Date of Conferral
There is limited research on the impact of diversity and inclusion programs on the organizational commitment levels of Black Millennials. This quantitative study, which was guided by social identity theory, examined discrimination in the corporate workplace faced by Black Millennials, born between 1977 and 2000, and how it influences their organizational commitment. The purpose was to examine whether the presence of diversity and inclusion programs moderated the relationship between perceived discrimination and organizational commitment. In line with this purpose, 3 research questions were formulated. Data were collected from143 Black Millennials using the Organizational Commitment Questionnaire and the Perceived Discrimination Against Minorities Measure. The results of the analysis, using regression analysis procedures, indicated that perceived discrimination scores significantly predicted organizational commitment, but that the presence of a diversity and inclusion program did not moderate the relationship between perceived discrimination and organizational commitment. It was also found that Black Millennials working in organizations with a diversity and inclusion program had a significantly higher mean organizational commitment score compared to Black Millennials working in organizations with no diversity and inclusion programs. The study suggests that such programs can increase Black Millennials’ organizational commitment, but additional research is necessary to determine how these programs can most effectively reduce workplace discrimination and improve the workplace experiences of this population.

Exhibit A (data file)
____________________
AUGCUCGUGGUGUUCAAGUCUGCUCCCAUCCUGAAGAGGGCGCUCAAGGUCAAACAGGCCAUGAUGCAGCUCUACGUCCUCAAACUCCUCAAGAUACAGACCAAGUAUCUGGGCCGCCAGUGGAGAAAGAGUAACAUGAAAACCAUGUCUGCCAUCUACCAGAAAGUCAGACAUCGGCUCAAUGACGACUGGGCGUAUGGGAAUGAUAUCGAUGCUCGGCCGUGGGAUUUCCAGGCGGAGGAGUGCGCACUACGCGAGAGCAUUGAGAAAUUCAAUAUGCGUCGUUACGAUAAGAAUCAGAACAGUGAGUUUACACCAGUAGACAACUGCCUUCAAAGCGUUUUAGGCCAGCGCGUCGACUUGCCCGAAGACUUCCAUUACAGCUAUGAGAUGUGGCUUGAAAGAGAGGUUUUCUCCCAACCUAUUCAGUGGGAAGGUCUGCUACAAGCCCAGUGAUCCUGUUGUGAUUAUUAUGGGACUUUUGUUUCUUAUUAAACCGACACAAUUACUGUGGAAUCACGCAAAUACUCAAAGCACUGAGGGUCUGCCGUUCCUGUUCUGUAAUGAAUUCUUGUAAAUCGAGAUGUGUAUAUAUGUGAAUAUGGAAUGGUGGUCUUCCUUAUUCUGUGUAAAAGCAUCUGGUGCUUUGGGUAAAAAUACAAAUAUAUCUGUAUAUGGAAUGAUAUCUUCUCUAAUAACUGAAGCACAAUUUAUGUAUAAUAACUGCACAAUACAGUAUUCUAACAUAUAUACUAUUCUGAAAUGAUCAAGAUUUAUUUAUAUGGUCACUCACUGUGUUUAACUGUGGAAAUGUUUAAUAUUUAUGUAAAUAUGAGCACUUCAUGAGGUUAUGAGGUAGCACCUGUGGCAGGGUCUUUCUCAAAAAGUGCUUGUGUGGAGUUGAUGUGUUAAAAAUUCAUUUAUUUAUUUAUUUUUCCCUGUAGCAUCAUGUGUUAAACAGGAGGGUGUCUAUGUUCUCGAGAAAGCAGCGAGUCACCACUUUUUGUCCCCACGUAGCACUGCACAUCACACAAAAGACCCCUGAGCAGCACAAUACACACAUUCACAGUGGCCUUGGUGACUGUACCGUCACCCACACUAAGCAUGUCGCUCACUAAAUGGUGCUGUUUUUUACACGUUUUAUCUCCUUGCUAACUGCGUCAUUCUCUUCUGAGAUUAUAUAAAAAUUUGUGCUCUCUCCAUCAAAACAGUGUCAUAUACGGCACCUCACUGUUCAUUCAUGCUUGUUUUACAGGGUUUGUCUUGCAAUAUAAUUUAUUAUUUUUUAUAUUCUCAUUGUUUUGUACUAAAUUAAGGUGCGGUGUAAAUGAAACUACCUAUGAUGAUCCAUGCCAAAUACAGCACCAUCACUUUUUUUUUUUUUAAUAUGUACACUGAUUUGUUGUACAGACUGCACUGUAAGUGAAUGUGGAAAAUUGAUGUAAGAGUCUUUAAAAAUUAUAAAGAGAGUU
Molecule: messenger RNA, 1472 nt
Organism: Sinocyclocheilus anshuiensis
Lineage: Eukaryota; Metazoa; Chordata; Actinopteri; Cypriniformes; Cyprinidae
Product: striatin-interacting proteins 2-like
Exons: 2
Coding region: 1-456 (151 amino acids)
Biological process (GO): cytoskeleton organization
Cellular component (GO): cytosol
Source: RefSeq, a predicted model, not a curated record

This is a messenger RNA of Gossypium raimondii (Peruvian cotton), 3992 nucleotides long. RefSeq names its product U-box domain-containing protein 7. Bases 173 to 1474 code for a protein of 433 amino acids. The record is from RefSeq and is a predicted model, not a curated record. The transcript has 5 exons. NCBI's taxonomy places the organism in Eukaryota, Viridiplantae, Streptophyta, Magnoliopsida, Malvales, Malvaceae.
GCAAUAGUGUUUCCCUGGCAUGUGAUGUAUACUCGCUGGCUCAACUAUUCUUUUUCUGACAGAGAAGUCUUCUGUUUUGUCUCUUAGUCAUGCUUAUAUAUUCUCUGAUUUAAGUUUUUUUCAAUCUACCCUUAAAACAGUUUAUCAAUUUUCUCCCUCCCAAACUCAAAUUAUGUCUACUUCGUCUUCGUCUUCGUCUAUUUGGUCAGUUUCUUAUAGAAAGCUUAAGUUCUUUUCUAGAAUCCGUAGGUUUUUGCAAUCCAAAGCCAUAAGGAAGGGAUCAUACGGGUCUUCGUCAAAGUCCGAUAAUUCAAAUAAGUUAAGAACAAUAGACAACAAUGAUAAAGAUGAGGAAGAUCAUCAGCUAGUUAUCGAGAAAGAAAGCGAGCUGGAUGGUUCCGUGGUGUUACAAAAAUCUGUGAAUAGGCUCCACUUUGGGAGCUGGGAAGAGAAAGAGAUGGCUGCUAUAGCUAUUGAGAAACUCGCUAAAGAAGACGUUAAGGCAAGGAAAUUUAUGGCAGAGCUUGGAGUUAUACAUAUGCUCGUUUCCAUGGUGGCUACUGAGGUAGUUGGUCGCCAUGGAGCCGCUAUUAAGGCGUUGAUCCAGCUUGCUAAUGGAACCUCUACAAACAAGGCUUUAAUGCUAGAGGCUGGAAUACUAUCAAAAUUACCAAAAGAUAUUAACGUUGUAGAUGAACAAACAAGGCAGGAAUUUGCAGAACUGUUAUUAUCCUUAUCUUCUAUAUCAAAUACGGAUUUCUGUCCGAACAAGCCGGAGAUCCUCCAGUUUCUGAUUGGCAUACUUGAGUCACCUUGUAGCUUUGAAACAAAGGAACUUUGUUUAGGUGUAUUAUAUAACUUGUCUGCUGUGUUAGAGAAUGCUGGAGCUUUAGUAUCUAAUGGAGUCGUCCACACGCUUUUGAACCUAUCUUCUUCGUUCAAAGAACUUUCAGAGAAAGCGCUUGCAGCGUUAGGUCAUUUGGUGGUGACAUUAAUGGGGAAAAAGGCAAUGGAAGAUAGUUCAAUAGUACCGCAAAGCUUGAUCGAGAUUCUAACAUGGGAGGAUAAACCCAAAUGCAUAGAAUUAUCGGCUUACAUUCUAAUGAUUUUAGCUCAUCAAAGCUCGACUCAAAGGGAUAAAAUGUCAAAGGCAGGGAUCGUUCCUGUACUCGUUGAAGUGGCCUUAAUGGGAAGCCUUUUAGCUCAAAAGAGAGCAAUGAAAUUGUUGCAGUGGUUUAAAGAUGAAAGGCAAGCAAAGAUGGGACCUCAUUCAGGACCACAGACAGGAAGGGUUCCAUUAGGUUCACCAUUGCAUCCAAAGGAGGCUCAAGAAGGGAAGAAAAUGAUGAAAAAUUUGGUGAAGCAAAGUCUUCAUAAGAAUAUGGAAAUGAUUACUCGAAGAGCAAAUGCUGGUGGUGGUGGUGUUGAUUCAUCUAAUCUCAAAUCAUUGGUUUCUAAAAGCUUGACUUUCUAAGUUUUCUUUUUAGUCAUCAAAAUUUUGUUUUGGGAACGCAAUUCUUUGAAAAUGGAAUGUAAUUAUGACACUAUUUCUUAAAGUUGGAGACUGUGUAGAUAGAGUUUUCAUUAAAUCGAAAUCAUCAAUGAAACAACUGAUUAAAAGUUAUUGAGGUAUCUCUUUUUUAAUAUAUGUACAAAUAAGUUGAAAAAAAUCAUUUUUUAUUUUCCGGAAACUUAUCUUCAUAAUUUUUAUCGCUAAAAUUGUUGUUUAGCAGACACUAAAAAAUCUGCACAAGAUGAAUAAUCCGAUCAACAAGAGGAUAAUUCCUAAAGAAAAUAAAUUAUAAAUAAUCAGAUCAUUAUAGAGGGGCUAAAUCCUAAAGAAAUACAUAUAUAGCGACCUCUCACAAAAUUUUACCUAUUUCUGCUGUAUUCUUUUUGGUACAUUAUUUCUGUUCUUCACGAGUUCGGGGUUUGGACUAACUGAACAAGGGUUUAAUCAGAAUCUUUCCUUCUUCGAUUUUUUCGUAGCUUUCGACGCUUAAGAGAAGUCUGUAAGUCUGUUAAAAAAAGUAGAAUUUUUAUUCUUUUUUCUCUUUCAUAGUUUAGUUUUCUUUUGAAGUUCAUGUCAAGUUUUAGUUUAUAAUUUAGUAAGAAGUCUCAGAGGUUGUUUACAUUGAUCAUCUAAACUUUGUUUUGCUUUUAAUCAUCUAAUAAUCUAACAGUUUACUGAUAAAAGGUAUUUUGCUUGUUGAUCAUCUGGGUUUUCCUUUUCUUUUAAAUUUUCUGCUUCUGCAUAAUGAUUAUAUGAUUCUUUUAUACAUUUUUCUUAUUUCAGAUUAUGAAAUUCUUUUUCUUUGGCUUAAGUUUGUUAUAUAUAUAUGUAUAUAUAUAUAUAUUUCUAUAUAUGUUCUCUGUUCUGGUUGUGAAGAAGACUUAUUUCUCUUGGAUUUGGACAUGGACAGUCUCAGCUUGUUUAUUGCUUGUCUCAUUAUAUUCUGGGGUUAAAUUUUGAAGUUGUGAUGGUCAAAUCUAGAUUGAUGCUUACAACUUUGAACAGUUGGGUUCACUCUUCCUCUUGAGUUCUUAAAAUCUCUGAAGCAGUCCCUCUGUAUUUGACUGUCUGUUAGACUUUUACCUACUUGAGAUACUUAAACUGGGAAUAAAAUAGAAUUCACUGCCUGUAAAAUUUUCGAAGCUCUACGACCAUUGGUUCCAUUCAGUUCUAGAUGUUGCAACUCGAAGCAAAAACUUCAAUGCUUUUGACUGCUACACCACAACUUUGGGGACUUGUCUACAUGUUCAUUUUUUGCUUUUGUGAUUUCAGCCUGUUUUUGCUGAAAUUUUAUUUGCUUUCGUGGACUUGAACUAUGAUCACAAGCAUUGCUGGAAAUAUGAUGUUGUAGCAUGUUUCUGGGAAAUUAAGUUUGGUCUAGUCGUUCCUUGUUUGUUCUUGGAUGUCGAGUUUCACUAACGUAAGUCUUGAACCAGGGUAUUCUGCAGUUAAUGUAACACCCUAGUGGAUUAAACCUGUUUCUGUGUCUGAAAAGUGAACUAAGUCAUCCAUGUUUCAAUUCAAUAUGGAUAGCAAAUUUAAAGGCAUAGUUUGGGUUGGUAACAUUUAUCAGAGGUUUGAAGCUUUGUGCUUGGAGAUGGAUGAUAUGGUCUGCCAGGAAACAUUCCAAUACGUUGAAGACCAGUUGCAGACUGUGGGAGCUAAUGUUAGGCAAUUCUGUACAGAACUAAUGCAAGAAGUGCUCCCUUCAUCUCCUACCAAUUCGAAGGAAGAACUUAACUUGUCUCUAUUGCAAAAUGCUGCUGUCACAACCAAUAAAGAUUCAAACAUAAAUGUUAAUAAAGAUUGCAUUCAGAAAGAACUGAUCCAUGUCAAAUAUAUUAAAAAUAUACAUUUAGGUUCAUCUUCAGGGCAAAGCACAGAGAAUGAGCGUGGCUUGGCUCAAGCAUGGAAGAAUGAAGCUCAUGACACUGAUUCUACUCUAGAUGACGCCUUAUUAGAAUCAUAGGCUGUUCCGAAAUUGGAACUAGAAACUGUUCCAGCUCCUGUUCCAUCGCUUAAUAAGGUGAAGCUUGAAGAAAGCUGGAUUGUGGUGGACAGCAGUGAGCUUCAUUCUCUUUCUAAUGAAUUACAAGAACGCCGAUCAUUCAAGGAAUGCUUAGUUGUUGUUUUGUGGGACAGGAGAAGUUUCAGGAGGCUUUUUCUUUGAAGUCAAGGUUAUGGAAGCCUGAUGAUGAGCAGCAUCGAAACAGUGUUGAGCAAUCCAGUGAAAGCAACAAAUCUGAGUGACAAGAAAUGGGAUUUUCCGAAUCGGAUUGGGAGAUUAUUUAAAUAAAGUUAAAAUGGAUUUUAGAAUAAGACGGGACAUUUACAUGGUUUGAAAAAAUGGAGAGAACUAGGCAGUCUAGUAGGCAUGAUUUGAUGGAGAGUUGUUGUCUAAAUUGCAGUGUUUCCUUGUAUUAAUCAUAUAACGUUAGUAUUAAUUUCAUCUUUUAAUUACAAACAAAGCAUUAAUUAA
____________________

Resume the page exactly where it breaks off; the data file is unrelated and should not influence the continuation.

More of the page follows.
Boone, Brittany, "Discrimination, Organizational Commitment, and the Impact of Diversity Programs on Black Millennials" (2020). Walden Dissertations and Doctoral Studies. 8855.